Sunday, 22 July 2012

The Path of Daggers - Chapters 28-31

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In this section, hidden enemies strike.

Both Rand’s and Elayne’s sections end unspectacularly, which ends the book rather unspectacularly. Both make the same point, which is that the opponents hidden in their midst can pose a sudden threat.

In Elayne’s case, the sudden attack takes place at the end of an otherwise bland series of interactions with her party. Reading through this recital of ordinary events is meant to emphasize the hidden nature of the threat, and show how the Black Ajah behave as normally as anyone else, using their normalcy as cover. The revelation of the Black Ajah is described as just another part of an otherwise ordinary week, provoking no excitement.

The ‘explosion’ Elayne was disturbed by turned out to be simply a runaway Accepted hiding among the Kinswomen. The manner in which she is concealed among the Kin is similar to how the Black Ajah hide among trusted friends, but with much less dire consequences. The author builds up this supposed ‘explosion’ and then offhandedly describes discovery of the double murder in an emotionless and logical fashion. This is done to continue disarming the reader’s suspicions so that the attack on Rand in the next chapter can be played for maximum effect.

Dyelin is introduced, and with the events just revealed, Elayne and the reader now can’t help wonder if she is as truthful and loyal as she claims, or whether she is a secret threat.

A long-time foil for the heroes, Carridin, is replaced by Hanlon, just as the captive Black Ajah Ispan has been replaced by the Black sister traveling with Elayne. The advantage gained by knowing who was a Darkfriend has been erased, and the heroes are back where they started with unknown villains in their midst and no clues as to their identity.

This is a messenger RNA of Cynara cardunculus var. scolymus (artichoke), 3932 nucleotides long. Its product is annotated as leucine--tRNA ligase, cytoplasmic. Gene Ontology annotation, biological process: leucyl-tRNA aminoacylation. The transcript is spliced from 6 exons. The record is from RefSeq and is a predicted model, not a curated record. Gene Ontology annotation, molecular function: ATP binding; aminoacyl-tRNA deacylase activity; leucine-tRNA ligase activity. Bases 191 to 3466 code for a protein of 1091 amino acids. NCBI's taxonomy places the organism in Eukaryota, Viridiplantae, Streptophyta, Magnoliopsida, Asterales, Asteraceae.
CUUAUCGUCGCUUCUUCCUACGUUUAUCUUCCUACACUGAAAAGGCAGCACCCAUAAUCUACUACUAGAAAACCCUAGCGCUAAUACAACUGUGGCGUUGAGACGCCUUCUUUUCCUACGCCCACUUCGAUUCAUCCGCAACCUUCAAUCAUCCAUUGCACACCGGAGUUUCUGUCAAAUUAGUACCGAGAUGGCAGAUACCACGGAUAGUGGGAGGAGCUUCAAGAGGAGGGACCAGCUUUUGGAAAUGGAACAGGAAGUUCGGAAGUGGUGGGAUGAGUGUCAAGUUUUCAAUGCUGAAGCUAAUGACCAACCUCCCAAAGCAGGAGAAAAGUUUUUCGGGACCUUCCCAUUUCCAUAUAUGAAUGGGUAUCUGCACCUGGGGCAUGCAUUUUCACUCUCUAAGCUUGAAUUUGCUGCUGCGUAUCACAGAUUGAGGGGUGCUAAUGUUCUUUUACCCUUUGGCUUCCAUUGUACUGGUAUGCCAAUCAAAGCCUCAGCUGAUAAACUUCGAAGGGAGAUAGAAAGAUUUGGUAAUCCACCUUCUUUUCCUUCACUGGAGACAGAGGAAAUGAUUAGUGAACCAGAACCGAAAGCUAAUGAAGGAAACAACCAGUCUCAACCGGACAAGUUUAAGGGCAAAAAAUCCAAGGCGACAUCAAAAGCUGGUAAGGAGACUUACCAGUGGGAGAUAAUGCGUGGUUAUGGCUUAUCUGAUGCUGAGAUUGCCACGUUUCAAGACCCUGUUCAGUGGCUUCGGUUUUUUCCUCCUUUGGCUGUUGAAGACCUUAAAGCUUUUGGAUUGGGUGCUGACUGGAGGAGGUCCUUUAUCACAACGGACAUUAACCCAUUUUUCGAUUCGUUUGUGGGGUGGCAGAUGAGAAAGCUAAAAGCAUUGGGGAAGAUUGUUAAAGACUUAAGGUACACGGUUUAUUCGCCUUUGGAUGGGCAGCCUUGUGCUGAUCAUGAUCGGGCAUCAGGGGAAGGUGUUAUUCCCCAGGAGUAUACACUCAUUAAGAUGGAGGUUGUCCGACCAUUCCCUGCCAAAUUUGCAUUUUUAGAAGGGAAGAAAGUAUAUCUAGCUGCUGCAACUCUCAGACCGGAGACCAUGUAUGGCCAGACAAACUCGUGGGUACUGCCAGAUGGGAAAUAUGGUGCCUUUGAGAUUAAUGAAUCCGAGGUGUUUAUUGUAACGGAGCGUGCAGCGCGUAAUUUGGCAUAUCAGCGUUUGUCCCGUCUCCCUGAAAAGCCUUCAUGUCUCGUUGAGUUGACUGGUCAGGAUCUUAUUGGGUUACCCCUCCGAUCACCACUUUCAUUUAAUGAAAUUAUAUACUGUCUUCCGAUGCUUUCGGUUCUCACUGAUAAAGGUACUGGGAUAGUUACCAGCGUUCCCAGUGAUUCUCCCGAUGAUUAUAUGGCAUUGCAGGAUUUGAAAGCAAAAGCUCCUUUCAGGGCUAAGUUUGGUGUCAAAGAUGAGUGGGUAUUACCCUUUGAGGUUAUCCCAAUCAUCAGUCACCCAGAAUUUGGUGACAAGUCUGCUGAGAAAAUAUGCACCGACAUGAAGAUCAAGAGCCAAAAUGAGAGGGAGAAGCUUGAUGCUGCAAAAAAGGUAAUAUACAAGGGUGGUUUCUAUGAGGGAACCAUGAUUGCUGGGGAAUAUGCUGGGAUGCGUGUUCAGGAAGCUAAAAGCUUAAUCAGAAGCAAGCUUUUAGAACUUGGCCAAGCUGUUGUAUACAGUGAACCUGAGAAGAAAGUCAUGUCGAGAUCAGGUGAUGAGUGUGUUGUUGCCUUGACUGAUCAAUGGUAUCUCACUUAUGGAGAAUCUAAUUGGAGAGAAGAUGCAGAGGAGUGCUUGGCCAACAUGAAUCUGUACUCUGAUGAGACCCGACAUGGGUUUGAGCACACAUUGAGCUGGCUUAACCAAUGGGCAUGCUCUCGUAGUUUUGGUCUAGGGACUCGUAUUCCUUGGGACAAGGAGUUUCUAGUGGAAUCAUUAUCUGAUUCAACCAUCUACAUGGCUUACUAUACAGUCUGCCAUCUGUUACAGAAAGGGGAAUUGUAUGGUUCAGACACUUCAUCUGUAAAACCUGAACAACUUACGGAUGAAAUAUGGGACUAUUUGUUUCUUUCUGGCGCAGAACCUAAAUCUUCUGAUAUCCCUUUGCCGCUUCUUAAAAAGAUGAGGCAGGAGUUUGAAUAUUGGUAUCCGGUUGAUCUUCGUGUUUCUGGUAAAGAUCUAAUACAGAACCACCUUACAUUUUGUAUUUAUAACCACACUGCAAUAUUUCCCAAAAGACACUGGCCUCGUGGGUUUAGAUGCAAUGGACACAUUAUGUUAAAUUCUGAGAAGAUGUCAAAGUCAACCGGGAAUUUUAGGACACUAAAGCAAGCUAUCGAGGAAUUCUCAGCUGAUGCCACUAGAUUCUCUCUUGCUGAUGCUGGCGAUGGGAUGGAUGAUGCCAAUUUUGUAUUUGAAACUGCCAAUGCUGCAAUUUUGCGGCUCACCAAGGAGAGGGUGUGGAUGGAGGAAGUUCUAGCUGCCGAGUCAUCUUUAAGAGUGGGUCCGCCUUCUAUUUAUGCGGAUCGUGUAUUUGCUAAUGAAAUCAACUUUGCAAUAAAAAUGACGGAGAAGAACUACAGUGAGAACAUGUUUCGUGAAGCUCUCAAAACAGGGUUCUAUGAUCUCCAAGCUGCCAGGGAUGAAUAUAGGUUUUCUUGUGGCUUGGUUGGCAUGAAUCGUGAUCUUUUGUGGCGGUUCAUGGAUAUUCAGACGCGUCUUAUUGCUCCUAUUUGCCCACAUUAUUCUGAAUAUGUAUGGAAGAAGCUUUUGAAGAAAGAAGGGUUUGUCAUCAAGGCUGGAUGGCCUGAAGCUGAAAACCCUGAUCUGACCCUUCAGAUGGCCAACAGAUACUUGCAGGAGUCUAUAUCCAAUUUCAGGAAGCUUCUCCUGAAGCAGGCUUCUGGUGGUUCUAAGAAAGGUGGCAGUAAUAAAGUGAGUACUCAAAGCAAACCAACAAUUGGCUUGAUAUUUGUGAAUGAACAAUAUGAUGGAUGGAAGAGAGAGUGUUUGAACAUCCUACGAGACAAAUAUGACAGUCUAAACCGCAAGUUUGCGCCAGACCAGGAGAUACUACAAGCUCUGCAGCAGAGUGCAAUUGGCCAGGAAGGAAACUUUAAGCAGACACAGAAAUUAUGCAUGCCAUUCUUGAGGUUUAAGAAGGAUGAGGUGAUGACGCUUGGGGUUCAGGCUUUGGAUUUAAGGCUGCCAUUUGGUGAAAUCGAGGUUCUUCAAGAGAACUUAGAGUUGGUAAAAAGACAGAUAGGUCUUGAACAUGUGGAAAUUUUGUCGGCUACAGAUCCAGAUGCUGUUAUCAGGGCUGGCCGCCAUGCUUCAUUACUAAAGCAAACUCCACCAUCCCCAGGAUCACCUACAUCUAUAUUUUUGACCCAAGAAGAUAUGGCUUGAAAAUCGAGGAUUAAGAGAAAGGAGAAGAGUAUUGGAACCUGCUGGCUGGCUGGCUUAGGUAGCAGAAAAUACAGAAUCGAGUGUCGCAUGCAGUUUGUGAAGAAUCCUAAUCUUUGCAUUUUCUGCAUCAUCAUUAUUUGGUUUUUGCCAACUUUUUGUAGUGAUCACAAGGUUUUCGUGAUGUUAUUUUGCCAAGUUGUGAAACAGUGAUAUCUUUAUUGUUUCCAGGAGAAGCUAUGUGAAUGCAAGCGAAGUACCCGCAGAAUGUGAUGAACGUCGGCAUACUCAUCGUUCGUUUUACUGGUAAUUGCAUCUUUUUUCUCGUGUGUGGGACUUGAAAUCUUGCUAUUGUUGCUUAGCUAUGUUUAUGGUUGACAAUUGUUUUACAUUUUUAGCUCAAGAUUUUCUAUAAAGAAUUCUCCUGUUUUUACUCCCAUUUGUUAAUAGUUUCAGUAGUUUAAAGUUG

The attack on Rand is handled differently than the one on Elayne. The chapter begins with a set-up meant to remind us that everyone serves Rand loyally. The Asha’man have been elevated to Rand’s most trusted guardians now that the Maidens’ complaint has them letting anyone in to see Rand. Sorilea brings five Aes Sedai from Elaida’s embassy who have decided to swear fealty to Rand. It is implied that everyone serves Rand. There are no problems apparent, so now he decides to deal with Cadsuane.

Just as he leaves, a subtle reminder that all is not well is given in the form of a single paragraph of the Maidens outside his door. They still disapprove of his actions. And then from out of nowhere, Rand is attacked!

The attack is sudden, violent and abnormal from any previous threat he has faced. There was no warning, no challenge, no duel, just an immense hammer of Power meant to flatten him. He manages to identify his attackers, and defends himself against Dashiva’s next weave with a globe of Power that serves as a metaphor for his situation. The globe will keep out everything than can harm him, but also the things which sustain him. He cannot live that way. Moments later, his attackers have fled, leaving Rand to wander aimlessly through the wreckage looking for someone to fight.

Finally, he finds Morr, an Asha’man who has spontaneously gone mad while guarding Min. In his final encounter with Taim, Rand adds several names to the list of deserters, all men who had been raised and appointed to serve Rand by Taim. When he euthanizes Morr, Rand refuses to cry, saying he has no time for tears, already hardening himself to the perceived weakness of emotion. If he can’t trust those near him, he won’t allow himself  to feel anything for them.

Bizarrely, a few other short points of view end the book. Perrin recruits the prophet to follow him back to Cairhien, but his refusal to Travel using the One Power means long delays. Faile’s kidnapping implies the same. The Pattern offers at least these two reasons to delay Perrin’s return, in case one or the other should fail to keep him in Ghealdan. Lastly, an undetermined number of days in the future, Egwene leads her army to the shores of the Erinin to lay siege to Tar Valon. By including this scene, there is no need to discuss Egwene or the rebels in the next book.

Writing Lessons:

Build up a single paragraph, or pages at a time, to evoke the mood or emotions you want the reader to have.

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